3 Customer Experience Lessons From How to Get Away with Murder

August 21, 2017 Derek Heim

Customer Experience is much more than sales and service. It involves high levels of critical thinking, empathetic interactions, and a desire to take feedback and turn it into a strategic business plan. Companies that actively work to transform their Customer Experience make an effort to help their customers be more aware, satisfied, and amplified — three outcomes of what we call the Virtuous Cycle.

In one of ABC’s most popular dramas, esteemed law professor, Annalise Keating, often finds herself in not only tricky legal situations, but quite commonly, life threatening ones. Why is this? Simply put, Keating values her own reputation and pride, over those that she works with —  as well as those that seek out her help. She is an incredibly powerful attorney that is willing to fight to the death to protect those that she loves, even if the well being of her colleagues is put on the line.

Throughout the series, there are ample opportunities for Keating — as well as many other characters — to provide a positive experience to those they work with, but they never seem to do this. Instead, they all focus on being victorious. Let’s imagine for a moment that this series did, in fact, try to provide everyone in it with a positive experience. Entire seasons would change, and characters would develop in completely different ways.

Below are three specific examples of how the series How to Get Away with Murder would be different if more emphasis was put on the customer character experience:

1. Characters would be more aware, and ultimately resolve conflict much faster.

It’s no surprise that a lot of stress and tension in this series comes from a lack of communication. This lack of awareness leads to dramatic fights between characters, lives being jeopardized, and even death. We can surely all agree that even though this kind of lifestyle is exciting to watch on screen, if we were forced to live it, it would be far less enjoyable. That brings up the question, how do we avoid this kind of behavior in our day-to-day activity? That answer is simple, We strive to be aware, and make our thoughts and struggles known. In How to Get Away with Murder, this rarely happens. So much conflict would have been avoided if the characters focused on the experience the others were having, and worked to predict problems, rather than constantly putting out fires.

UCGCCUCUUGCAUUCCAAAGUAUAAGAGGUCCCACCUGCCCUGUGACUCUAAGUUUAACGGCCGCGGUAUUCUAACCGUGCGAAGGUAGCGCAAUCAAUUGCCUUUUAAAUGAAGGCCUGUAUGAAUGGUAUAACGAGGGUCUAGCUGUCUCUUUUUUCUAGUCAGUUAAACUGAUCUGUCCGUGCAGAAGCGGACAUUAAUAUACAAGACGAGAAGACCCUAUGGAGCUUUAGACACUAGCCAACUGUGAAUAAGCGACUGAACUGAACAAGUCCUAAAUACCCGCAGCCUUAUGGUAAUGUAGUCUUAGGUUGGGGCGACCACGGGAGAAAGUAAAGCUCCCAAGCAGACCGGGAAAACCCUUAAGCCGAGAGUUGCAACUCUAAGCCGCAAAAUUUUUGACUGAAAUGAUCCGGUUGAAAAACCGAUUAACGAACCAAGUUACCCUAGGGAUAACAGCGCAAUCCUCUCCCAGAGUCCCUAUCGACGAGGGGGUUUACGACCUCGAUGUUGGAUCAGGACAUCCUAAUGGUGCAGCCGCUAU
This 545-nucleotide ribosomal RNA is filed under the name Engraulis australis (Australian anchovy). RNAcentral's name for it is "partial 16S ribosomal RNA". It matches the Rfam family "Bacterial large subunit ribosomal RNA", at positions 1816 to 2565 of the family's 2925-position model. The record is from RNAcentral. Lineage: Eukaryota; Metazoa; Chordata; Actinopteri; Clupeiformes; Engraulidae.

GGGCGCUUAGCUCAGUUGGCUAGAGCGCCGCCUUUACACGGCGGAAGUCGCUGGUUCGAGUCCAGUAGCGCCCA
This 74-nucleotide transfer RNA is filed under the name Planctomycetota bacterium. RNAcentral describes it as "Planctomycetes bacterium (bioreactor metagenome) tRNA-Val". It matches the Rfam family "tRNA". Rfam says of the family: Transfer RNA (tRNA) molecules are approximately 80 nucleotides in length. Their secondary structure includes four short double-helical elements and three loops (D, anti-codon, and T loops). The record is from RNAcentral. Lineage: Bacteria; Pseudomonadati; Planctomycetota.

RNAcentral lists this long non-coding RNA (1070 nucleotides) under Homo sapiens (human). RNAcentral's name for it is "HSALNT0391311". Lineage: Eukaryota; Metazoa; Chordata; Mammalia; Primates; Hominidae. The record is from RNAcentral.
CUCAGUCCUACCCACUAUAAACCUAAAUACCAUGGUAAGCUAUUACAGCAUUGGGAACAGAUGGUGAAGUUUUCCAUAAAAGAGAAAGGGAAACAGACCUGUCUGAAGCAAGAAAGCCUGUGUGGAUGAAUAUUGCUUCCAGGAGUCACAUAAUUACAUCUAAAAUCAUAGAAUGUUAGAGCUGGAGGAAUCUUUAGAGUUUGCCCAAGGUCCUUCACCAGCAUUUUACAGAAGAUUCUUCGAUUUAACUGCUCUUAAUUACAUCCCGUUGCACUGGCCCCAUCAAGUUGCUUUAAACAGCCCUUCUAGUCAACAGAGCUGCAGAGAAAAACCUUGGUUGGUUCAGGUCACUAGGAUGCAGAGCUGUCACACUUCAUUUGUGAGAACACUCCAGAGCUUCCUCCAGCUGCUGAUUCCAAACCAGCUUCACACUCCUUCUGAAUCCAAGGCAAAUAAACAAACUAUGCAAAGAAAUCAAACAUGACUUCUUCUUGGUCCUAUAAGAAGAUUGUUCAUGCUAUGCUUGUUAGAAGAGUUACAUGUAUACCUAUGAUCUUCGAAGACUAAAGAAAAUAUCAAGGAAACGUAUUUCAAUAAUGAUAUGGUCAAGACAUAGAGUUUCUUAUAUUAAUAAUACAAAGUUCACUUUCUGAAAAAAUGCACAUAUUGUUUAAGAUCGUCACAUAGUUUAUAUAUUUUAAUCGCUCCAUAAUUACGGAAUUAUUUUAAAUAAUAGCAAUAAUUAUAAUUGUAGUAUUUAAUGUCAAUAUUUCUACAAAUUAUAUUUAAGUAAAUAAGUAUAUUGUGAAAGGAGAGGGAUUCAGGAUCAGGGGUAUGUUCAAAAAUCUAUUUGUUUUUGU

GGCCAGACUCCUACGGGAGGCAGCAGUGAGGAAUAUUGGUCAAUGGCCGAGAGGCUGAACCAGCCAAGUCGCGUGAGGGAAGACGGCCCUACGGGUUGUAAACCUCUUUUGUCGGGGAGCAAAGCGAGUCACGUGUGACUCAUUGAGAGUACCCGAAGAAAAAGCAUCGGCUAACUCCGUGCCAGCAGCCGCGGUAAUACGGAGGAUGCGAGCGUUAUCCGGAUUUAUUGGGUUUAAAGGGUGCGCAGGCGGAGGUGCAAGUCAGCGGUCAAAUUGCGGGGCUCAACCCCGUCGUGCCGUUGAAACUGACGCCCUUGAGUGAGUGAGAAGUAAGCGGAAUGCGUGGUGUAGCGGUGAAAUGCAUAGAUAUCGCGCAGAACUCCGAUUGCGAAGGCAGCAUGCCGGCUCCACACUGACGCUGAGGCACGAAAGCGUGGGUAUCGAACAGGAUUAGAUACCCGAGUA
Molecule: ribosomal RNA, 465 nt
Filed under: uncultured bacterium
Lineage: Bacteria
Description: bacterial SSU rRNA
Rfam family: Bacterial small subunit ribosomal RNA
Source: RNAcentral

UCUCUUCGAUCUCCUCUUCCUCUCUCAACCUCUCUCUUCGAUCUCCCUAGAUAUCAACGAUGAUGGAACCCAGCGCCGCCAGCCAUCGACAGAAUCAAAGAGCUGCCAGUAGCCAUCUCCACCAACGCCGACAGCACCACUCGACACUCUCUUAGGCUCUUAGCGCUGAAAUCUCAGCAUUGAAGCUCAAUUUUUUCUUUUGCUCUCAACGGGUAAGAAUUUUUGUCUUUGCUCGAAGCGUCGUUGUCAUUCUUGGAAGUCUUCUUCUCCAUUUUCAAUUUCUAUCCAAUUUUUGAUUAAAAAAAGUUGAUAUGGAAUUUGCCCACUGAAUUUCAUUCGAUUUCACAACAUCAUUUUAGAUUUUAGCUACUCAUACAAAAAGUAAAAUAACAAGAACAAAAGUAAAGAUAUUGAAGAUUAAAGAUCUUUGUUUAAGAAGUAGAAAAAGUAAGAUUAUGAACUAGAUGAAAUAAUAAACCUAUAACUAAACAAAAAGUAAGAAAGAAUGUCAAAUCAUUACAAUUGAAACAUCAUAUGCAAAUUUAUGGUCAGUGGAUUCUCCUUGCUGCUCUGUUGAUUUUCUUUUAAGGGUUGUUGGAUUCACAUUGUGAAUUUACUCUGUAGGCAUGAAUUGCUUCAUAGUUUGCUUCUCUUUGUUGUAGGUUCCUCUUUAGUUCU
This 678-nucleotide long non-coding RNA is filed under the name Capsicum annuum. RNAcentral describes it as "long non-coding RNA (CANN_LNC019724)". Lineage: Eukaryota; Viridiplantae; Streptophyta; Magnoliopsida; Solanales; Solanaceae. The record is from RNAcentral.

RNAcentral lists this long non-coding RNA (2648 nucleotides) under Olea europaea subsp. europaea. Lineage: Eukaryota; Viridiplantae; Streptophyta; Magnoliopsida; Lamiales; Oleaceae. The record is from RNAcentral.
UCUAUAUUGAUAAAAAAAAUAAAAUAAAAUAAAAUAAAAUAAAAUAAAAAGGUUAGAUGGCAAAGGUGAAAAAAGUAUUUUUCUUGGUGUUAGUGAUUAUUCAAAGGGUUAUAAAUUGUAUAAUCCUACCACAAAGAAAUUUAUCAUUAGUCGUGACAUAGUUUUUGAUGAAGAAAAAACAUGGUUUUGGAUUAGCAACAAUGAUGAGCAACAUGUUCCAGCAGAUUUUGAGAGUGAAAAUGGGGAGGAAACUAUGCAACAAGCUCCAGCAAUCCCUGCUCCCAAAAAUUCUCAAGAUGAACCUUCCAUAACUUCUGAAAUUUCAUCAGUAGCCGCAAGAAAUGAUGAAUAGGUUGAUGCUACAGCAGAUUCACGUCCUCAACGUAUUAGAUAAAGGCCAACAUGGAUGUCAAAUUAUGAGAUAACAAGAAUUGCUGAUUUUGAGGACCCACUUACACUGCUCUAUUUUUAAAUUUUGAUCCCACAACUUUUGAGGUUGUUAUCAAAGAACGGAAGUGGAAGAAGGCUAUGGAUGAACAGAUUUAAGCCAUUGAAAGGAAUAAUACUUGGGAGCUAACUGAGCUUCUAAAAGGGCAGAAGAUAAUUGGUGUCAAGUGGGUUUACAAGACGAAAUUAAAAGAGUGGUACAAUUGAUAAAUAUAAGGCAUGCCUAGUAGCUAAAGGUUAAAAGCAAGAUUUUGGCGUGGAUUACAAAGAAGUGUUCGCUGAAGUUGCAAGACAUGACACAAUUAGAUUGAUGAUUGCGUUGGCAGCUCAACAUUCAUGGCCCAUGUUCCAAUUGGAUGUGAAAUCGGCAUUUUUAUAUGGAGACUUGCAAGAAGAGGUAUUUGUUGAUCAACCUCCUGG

2. Characters would develop stronger, more satisfying relationships.

Another way the behavior in this series demonstrates poor living/working conditions is through a lack of gratification. Rarely (if ever) are kind words exchanged. If they are, it’s in an effort to manipulate someone into unlawful acts. This pattern of conversation leads to multiple unfair, problematic, and tragic circumstances. No one has any kind of satisfactory feeling, and this develops into a hostile working environment. In order to avoid this, the leaders in How to Get Away with Murder, would simply have to recognize the hard work that is being presented to them, and create a system that rewards it. Following these steps will increase productivity, passion, and morale.

3. Individuals would form reliable networks, and efforts would be amplified.

Not only do the characters in this show not feel prepared or content, they also don’t feel heard. Almost every single character in this series, big or small, has a very controlling and domineering personality. As a result, no one really feels as if their voice is being acknowledged. In the few cases that someone really does successfully speak their mind, it’s likely to be a negative remark versus anything constructive. It would be beneficial for every character in How to Get Away with Murder to feel as if they have the support, tools, and information they need to provide positive reviews, feedback, and ideas.

Want to learn more about Customer Experience transformation? Download our free ebook, Constructing CX: Building Customer Awareness.



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